I may have ended up in the wrong places or visited sites that weren’t meant for me at all. But so many places that try to educate just don’t work for me. As a result, I’m still stuck creatively, and a bit deluded with what’s on offer.
Different people, different strokes
None of those sites that deluded me was particularly wrong, or gave outright bad information. My gripe is that so much of it is just unimaginative. Too focussed towards how to achieve a specific task. Too much giving one fish and providing one meal, rather than teaching how to catch your own fish and feed yourself.
I know, a lot of people are happy with those tutorials. A lot of photographers I’ve spoken too, are perfectly content with this approach in learning. Those who aren’t, are a niche group it seems.
And that’s a pity. A pity that there isn’t a whole lot out there for this niche group. But also a pity that so many are happy with those step-by-step guides.
The issue with step by step guides is that they’re not encouraging you to think freely, to develop your own ideas. Step by step is great for solving problems, but I find it difficult to see them as encouraging creative ideas.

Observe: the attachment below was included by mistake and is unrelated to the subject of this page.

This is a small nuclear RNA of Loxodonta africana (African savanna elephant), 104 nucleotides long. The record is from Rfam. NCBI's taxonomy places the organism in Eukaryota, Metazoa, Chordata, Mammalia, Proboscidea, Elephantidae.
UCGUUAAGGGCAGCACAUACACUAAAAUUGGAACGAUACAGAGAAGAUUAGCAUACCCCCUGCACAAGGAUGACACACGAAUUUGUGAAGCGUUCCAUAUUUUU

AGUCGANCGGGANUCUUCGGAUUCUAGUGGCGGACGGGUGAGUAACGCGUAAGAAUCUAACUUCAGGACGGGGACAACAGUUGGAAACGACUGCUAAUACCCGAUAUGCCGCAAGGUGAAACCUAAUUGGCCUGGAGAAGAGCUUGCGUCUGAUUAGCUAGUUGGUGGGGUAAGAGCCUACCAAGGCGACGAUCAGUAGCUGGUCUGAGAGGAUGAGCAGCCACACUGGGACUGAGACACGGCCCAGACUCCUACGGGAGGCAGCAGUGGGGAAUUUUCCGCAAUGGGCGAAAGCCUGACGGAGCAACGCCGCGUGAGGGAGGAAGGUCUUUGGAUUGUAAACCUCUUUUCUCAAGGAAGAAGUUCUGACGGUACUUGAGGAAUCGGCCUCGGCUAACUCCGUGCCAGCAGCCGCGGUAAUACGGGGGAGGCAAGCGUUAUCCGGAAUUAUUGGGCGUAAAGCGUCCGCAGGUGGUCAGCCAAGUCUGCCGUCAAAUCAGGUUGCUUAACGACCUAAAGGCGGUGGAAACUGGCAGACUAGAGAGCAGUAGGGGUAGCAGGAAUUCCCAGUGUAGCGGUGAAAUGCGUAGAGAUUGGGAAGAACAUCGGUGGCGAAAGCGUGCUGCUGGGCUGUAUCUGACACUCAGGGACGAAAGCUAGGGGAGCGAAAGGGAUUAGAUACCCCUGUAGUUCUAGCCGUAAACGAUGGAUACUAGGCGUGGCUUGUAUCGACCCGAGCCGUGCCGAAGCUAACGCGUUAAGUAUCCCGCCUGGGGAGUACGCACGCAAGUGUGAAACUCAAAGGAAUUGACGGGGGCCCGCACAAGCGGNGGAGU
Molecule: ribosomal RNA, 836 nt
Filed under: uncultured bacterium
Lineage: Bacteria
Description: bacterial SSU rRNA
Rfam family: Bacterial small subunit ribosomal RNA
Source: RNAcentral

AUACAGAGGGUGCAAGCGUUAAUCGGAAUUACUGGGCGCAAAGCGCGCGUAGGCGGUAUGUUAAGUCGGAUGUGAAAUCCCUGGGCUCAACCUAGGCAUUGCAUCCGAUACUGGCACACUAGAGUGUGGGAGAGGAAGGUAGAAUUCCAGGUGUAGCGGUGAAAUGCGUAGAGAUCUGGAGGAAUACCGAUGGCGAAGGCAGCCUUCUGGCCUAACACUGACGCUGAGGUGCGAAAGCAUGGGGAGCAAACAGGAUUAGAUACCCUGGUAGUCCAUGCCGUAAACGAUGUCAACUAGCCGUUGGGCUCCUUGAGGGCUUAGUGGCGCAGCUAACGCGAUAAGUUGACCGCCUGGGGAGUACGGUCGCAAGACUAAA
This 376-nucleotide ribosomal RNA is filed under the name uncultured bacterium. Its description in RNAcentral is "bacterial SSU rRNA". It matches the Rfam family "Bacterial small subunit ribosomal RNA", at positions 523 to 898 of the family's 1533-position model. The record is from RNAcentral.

There is nothing terribly wrong with recreating as such; there is still room for individuality, personal expression in there. Classical musicians playing compositions of others do exactly that. A band covering an existing track does exactly that.
A lot of thought, study and reflection goes into such recreations, though. It goes well beyond following a step by step plan. It’s the difference between an actor reciting the words of a play, or an actor playing a character. It’s the difference between playing the musical notes, or playing a composition.
So I’d argue that recreating succesfully still requires you to think and act creatively. It goes well beyond just repeating what has already been done.
Creativity is an individual thing, and what you create is yours. The more you follow others and their rules, the more you sacrifice your own creativity. For what? Acceptance by others? The feeling that doing things “right” leads to better results? Winning contests?
Creative photography isn’t something scary, left-field, hipster or hard to understand. It’s more personal, less tailored towards the viewer. It’s not the opposite of solid good photography, it doesn’t necessarily mean that it’s technically loose or uninformed. It may follow the rules, it may not. It is yours.
As a photographer, it’s more rewarding because you will start to find your own visual language. When you find out that way you express yourself, you may learn things about yourself too. Pure self-reflection. What I wrote above about verbalising thoughts, applies here one-on-one, but it’s more subconscious and less rational probably.